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UKREVIEWER
06-22-2007, 03:07 PM
Has anyone ever tried this? Could you recommend a book that works? I'm interested in trying these techniques out, but with a plethora of mixed feelings. Can books (and even courses) improve your ability to read AND learn faster? Or are these types of books just gimmicks that never work, although most people would like them to?

I'd like to think that you don't have to have a photographic memory in the first place - but frankly, in the back of my mind if it worked we'd all be hearing a lot more about these methods.

Roger J Carlson
06-22-2007, 07:49 PM
You might take a look at this link:

http://skepdic.com/speedreading.html

Sheryl Nantus
06-22-2007, 07:53 PM
speedreading does work - I trained in it way back in the 10th grade and find it invaluable... to a degree! Got clocked to over 1000 words a minute, but that was back in my prime and in fiction. Even now I can read a good paperback within a few hours, if it catches the wave.

basically it's best to run your vision down the center of the page; using your perpherial (sp?) vision to catch the other words and the rest of the line. You'll find it works great for fiction, but non fiction is a bit harder since you have to grasp the concept and understand it!

good luck!

UKREVIEWER
06-22-2007, 09:02 PM
You might take a look at this link:

http://skepdic.com/speedreading.html

Thanks Roger - I like that website 'The Skeptic's Dictionary'. I haven't read all the articles, because I just had to pop back and thank you first, but I will. It's interesting to hear that some people (well, KIM) who are born without a corpus callosum find it easier to speed read, but somehow don't think I want to have that surgically removed to do so. :)

Maybe if I keep reading I may stumble across another article that holds the magic key to all my speed reading answers - here's hoping!

Thanks again, the more I read about this, the more I want to learn and try out the techniques. I'm still skeptical, but I would love to be proved wrong and find out how to do this for myself!

Sass

UKREVIEWER
06-22-2007, 09:06 PM
speedreading does work - I trained in it way back in the 10th grade and find it invaluable... to a degree! Got clocked to over 1000 words a minute, but that was back in my prime and in fiction. Even now I can read a good paperback within a few hours, if it catches the wave.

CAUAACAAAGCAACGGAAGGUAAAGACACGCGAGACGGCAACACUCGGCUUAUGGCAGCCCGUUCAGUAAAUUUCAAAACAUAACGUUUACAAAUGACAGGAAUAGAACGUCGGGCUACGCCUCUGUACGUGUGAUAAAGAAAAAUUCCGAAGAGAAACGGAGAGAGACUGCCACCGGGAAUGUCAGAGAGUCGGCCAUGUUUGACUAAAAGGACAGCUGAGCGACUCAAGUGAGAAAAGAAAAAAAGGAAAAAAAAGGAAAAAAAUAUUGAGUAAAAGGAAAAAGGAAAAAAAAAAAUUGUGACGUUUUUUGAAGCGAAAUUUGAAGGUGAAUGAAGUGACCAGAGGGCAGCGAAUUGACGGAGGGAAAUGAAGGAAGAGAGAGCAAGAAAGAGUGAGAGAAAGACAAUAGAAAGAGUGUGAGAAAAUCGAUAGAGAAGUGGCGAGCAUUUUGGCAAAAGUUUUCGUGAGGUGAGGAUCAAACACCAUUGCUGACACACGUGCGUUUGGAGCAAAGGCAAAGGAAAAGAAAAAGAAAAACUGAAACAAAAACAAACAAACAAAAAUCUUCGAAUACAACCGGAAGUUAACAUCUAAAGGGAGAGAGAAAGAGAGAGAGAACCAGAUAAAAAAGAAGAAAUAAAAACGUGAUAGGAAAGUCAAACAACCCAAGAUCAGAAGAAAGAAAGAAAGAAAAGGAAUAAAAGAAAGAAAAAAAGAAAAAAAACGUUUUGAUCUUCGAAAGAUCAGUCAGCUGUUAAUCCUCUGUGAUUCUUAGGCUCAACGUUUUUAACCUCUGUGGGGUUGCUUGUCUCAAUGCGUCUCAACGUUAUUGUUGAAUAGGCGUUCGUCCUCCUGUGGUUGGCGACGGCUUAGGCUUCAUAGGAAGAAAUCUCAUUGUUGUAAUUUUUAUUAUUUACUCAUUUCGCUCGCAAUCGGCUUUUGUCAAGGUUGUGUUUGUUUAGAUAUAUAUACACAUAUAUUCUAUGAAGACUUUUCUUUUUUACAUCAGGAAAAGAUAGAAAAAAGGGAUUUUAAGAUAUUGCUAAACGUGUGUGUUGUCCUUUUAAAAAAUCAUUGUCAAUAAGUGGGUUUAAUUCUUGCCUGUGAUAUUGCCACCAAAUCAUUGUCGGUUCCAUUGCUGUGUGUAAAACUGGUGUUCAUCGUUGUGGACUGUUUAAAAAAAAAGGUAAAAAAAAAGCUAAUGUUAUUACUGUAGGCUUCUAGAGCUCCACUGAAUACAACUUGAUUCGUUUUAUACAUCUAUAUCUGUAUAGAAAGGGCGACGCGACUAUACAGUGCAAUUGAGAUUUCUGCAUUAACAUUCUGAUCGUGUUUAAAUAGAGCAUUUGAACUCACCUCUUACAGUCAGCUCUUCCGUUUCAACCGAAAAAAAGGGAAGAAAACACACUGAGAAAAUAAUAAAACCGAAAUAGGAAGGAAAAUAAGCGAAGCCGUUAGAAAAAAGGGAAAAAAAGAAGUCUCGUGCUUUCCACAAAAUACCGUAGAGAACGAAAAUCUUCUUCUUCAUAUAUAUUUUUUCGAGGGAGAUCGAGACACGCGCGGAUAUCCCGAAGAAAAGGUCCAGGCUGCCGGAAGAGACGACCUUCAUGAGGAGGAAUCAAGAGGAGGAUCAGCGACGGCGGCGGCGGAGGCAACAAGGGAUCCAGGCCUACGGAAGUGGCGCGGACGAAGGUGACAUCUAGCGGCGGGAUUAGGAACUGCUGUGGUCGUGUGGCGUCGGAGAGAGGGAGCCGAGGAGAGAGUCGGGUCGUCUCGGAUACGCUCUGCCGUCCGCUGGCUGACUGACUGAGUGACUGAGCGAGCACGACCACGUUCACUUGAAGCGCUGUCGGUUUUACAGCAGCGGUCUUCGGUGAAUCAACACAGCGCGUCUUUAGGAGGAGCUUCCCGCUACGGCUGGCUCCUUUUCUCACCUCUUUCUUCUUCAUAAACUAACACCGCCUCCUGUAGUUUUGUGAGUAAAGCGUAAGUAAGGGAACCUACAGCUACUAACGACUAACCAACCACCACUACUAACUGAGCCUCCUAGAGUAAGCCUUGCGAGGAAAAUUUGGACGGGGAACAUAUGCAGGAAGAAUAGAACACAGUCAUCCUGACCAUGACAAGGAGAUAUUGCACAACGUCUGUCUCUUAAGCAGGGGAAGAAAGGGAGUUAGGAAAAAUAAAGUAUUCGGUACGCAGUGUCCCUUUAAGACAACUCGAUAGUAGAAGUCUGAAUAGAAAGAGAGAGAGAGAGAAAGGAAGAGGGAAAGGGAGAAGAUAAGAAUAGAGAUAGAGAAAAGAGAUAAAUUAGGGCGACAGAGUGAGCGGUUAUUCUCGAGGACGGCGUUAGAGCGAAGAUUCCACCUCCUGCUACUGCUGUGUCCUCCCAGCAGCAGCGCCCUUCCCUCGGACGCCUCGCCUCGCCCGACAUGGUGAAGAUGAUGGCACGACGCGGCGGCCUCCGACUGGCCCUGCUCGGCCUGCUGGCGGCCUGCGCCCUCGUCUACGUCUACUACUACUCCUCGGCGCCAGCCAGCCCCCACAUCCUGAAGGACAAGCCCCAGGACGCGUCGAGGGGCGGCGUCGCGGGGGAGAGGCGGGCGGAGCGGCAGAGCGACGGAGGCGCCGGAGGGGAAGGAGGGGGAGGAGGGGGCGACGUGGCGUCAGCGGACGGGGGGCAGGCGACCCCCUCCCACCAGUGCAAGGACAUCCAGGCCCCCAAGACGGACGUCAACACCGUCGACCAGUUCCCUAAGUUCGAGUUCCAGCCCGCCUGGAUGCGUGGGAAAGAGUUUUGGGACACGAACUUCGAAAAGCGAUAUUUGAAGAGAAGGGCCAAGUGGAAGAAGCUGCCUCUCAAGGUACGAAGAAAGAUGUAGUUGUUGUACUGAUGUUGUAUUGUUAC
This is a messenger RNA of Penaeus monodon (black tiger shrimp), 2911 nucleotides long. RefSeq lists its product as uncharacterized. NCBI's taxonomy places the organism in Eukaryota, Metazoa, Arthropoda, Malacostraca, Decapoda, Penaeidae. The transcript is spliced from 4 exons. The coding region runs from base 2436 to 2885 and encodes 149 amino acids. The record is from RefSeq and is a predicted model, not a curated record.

basically it's best to run your vision down the center of the page; using your perpherial (sp?) vision to catch the other words and the rest of the line. You'll find it works great for fiction, but non fiction is a bit harder since you have to grasp the concept and understand it!

good luck!

Thanks Sheryl, I appreciate this tip and will try it out. I can see what you mean about it not working so much for non fiction, but for fiction - I'll have to give this a try.

I'm still on the look out for speed reading books. Do you recommend any? Maybe there are some in the link above. I'd better have a look, eh?

Anyway, thanks for your comment. Much appreciated!

Sass

Roger J Carlson
06-22-2007, 09:07 PM
Personally, I think the techniques of speed reading do work for some people, but certainly not all. (You won't know till you try.) But claims that "if it worked for me, it will work for anyone" are always given by people for whom it DID work. You never hear about those for whom it didn't, so the endorsement is skewed.

Sheryl Nantus
06-22-2007, 09:13 PM
I was trained (one of those school lunch programs) with a slide projector that basically flashed a line at a time of a short story - then at the end I had to answer questions about it to make sure I comprehended it...

I"m not sure if you can work something like that, but just try to run down the center of the page with your vision and grab the rest on the sides...

good luck!

cooltouch
06-22-2007, 10:19 PM
I went to a private grade school back in the 60s, and like Sheryl, we had the projectors with the words flashed on the screen. I first encountered this method of reading speed improvement in fourth grade. Our school did this for only a couple of years.

Then, in the mid-1970s, I sprang for the full Evelyn Woods course. I was a college student at the time and figured it would be of solid benefit. EW advertised that they would not only improve your reading speed but your comprehension as well.

The "hook" that EW used was to offer anyone a free mini speed reading lesson that was guaranteed to increase one's reading speed by at least a certain amount (that I don't recall anymore). Both the "hook" and the mini lesson worked.

The folks who taught that class started you out by measuring your reading speed and comprehension. They used paperback novels as the reading material. The initial test scored me as reading at 350 wpm with a 95% comprehension.

At the end of the course, I was tested at between 6,000 and 10,000 wpm, depending on the technique used and the subject matter, with an 80% comprehension. I recall pointing out to the instructor that I'd lost 15 percentage points in comprehension, and that it hadn't improved. When I told him what my initial comprehension score was, his reply was that most people tested out between 50 and 60%, and it was typical to see this number go up. Oh well, guess you can't have everything.

Yes, it is scanning. It is not reading, at least not the way one is accustomed to. And I was never really comfortable with it. But after spending so much money on the course, I made a special point of using the EW methods in my schoolwork, and even though it felt pretty scary taking exams on materials I had sped-read only, I still made "A"s on the exams. As near as I can figure, much of the material was being channeled by the subconscious directly into memory.

The EW class was quite strongly geared toward students when I took it. Probably the most useful item I gained from the course was the note-taking techniques they taught. I still use some of these techniques, although I've modified them somewhat to fit my specific requirements.